I don't always feel like bouncing out of bed and have been known to hide beneath the covers convincing myself that I have every good reason to remain snuggled.
However, once my common sense gives itself a good stretch and nudges me into reality, I move on to phase two of the waking up process – intentional deep breathing using Breathing Space from the Healing Hub and then a warm drink of lemon and ginger, before my first cup of coffee. Unlike the alarm, my coffee is the recipient of much love and adoration. I then trot off into the promise of a fresh new day before work responsibilities take centre stage.
Until recently, mother nature has been incubating during her well-deserved annual leave – aka Winter.
Just as she has her insular times, so too do we. It’s the natural ebb and flow of the universe. And, that’s okay. The good news is that there is always wonder around us regardless of my mood and regardless of yours. We just have to be open to receiving it. We have to throw off the covers and get UP. To look UP. I have never regretted an early start; I have only ever regretted succumbing to the covers over my head.
And now. Mother Nature has also stretched out of her slumber. There have several words to describe the beauty that Spring brings, but I think it’s best to describe its splendor as a feeling, rather than a descriptor. That feeling is: AWE.
Whether you are the CEO or CFO of a top-performing business, or a self-employed from-home writer, you are a PERSON. We give more of ourselves when we give more to ourselves. We all need time to incubate, and we all have our time to blossom and shine. What’s interesting about the word and concept of AWE, is that it can draw us out of those WINTER days and give us the perspective to live with more of a SPRING mindset. This SPRING mindset quite simply makes everything easier. It makes you an inspiring, patient leader. It makes you an enthusiastic and receptive learner. When we live in awe, we live with perspective, and our troubles shrink.
Ethan Kross, a professor of psychology at the University of Michigan, describes AWE as "the wonder that we feel when we encounter something that we can't easily explain". As described in the article, The little earthquake that could free your mind, whenever he finds himself in a mental rut of worrying and negative self-talk, he walks five blocks to his local arboretum and contemplates one of the magnificent trees in front of him and the astonishing power of nature.
“When you are in the presence of something vast and indescribable, you feel smaller, and so does your negative chatter," says Kross.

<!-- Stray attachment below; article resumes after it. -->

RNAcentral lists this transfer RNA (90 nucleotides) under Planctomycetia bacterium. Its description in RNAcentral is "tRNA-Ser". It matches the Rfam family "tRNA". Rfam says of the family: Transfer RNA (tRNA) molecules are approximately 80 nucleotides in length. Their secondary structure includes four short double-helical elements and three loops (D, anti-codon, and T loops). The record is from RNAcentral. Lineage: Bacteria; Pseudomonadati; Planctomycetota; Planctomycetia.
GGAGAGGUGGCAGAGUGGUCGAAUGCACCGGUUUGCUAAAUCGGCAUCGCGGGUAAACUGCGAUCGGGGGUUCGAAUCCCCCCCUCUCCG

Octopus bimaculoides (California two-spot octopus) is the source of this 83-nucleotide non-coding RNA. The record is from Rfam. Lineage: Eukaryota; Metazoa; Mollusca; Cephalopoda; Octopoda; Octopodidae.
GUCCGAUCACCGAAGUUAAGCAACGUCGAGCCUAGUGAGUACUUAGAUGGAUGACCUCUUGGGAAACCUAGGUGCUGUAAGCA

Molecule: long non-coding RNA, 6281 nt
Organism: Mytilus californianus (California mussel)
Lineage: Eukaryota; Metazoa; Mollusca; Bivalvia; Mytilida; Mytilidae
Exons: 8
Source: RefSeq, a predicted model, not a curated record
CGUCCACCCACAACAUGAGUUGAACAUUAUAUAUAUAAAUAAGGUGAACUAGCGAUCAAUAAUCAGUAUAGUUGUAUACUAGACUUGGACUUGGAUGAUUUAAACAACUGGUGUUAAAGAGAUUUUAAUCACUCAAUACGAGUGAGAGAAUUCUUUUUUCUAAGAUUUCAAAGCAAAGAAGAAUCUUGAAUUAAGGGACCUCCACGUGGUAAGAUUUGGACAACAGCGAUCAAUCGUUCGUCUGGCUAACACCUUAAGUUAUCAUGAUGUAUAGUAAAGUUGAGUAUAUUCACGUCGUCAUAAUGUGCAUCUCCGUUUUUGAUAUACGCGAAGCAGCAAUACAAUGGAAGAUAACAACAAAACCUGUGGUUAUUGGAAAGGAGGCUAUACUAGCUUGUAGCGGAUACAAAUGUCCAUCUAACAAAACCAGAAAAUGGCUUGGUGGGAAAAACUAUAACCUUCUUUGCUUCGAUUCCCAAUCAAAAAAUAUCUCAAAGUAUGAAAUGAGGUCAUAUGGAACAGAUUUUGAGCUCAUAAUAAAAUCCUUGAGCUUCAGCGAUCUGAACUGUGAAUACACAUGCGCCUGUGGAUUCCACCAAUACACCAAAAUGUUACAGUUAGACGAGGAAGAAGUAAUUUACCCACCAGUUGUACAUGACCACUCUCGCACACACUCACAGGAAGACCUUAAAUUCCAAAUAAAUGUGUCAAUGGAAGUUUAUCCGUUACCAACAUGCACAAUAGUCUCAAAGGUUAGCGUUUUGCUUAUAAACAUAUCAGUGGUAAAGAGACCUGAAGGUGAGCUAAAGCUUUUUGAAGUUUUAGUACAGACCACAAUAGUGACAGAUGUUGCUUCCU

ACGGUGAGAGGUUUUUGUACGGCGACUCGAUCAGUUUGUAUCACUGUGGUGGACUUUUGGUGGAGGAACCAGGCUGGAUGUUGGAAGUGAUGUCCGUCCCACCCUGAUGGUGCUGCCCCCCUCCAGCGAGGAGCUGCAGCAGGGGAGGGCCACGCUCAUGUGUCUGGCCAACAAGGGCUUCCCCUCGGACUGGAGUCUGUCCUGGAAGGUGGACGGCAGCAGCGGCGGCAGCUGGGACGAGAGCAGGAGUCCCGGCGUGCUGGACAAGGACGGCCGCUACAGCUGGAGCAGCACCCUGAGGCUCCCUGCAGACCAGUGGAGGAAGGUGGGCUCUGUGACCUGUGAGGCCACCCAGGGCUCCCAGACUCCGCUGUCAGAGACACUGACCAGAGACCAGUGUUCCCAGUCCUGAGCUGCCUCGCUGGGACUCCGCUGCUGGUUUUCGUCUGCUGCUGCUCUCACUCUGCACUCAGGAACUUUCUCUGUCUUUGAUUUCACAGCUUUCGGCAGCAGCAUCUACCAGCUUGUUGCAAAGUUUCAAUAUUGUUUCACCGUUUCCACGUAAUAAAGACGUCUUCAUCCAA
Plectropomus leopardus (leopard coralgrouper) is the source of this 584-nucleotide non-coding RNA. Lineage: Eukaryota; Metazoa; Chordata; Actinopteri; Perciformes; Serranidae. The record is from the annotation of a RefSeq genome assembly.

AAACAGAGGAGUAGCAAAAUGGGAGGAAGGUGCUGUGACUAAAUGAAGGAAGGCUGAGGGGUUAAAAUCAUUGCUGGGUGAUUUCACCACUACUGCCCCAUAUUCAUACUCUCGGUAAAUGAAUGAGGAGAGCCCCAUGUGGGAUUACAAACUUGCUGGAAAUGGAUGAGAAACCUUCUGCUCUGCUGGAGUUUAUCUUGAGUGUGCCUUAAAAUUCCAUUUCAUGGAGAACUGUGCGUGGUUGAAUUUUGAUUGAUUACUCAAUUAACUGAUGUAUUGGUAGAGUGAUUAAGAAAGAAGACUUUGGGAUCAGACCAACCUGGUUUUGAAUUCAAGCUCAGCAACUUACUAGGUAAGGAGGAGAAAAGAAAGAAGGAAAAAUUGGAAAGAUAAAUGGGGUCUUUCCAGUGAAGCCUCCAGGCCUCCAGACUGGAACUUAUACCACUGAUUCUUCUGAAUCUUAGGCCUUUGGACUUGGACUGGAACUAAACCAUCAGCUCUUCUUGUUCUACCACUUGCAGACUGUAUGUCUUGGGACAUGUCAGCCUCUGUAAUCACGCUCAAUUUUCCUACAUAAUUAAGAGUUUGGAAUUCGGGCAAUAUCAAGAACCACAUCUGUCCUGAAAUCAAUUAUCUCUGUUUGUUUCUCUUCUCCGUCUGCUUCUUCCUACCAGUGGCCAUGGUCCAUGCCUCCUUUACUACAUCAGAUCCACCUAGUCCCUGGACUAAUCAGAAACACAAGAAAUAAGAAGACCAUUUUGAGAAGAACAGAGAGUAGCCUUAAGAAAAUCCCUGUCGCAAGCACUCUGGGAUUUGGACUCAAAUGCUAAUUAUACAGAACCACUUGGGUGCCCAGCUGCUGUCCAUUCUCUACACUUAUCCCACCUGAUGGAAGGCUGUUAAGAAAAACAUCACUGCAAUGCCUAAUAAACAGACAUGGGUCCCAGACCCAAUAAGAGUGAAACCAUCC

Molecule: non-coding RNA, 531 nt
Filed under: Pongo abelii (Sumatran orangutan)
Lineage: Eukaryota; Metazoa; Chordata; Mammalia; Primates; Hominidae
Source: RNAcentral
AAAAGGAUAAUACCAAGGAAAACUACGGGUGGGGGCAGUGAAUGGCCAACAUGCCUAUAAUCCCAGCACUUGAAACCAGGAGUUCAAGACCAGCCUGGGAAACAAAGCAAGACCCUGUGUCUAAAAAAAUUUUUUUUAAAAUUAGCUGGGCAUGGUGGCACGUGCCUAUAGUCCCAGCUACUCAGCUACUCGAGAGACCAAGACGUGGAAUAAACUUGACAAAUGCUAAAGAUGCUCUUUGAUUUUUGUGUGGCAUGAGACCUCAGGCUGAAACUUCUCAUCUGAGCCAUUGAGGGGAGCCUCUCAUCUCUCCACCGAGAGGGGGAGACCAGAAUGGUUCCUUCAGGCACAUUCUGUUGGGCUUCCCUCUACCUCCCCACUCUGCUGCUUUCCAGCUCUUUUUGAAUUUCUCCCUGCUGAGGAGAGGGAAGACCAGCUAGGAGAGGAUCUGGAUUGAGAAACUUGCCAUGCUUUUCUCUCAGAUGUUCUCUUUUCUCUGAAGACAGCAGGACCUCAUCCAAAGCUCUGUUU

You will know instinctively that this makes sense. That feeling of being 'smaller' does not mean you are insignificant; it means that your worries almost always are (in the greater scheme of things). It means that we are reminded that there is something bigger than us, bigger than our worries. And that is a great comfort.
One of my favourite snippets from the book ‘The Untethered Soul’ is this: “Walk outside on a clear night and just look up into the sky. You are sitting on a planet spinning around in the middle of absolutely nowhere. Though you can only see a few thousand stars, there are hundreds of billions of stars in our Milky Way Galaxy alone. In fact, it is estimated that there are over a million stars in the Spiral Galaxy. And that galaxy would look like one star to us, if we could even see it. You are just standing on one little ball of dirt and spinning around one of the stars.”
Now that makes me feel in AWE of what we are a part of. And the consequence of that? The odd staffing issue or a jammed printer are not big problems. They are problems, but they are small by comparison. Quite honestly, they aren’t even little blips on a radar.
Brené Brown says this of AWE in her book, Atlas of the Heart: “And we don’t need to stand on a cliff and see the Northern Lights to feel awe or wonder-although this is absolutely on my bucket list. Sometimes I feel like my dog, Lucy, is staring into my soul and I feel a huge sense of wonder. How did I end up with an actual Ewok living in my house? How did this happen? It’s unreal. And as a parent, simple moments with my children have rendered me speechless with awe. I thought this would change as they got older, but even with a sixteen-year-old and a twenty-two-year-old, the awe still takes my breath away on a regular basis”. Now isn’t that an awe-inspiring way of looking at awe?
Find your AWE’s and allow them to deliver perspective when you feel overwhelmed – a thundering waterfall, an impossibly colourful butterfly, the fine ‘eye makeup’ of a tiny bird, an aircraft that soars through the skies despite its weight, a container ship that effortlessly glides on water. A newborn baby grown in a mother's stomach. The sheer enormity of an elephant and the towering height of a Redwood tree. The deepest part of the ocean, the Mariana Trench, is 36 200 feet deep – there are things to be in awe of, that we can’t even see! I, for one, will be taking the word of others on this last fact – I mean, have you seen the sea creatures that lurk in the deep? They won't be winning any beauty contests anytime soon!
Live in awe, and you'll be awe-inspiring to others.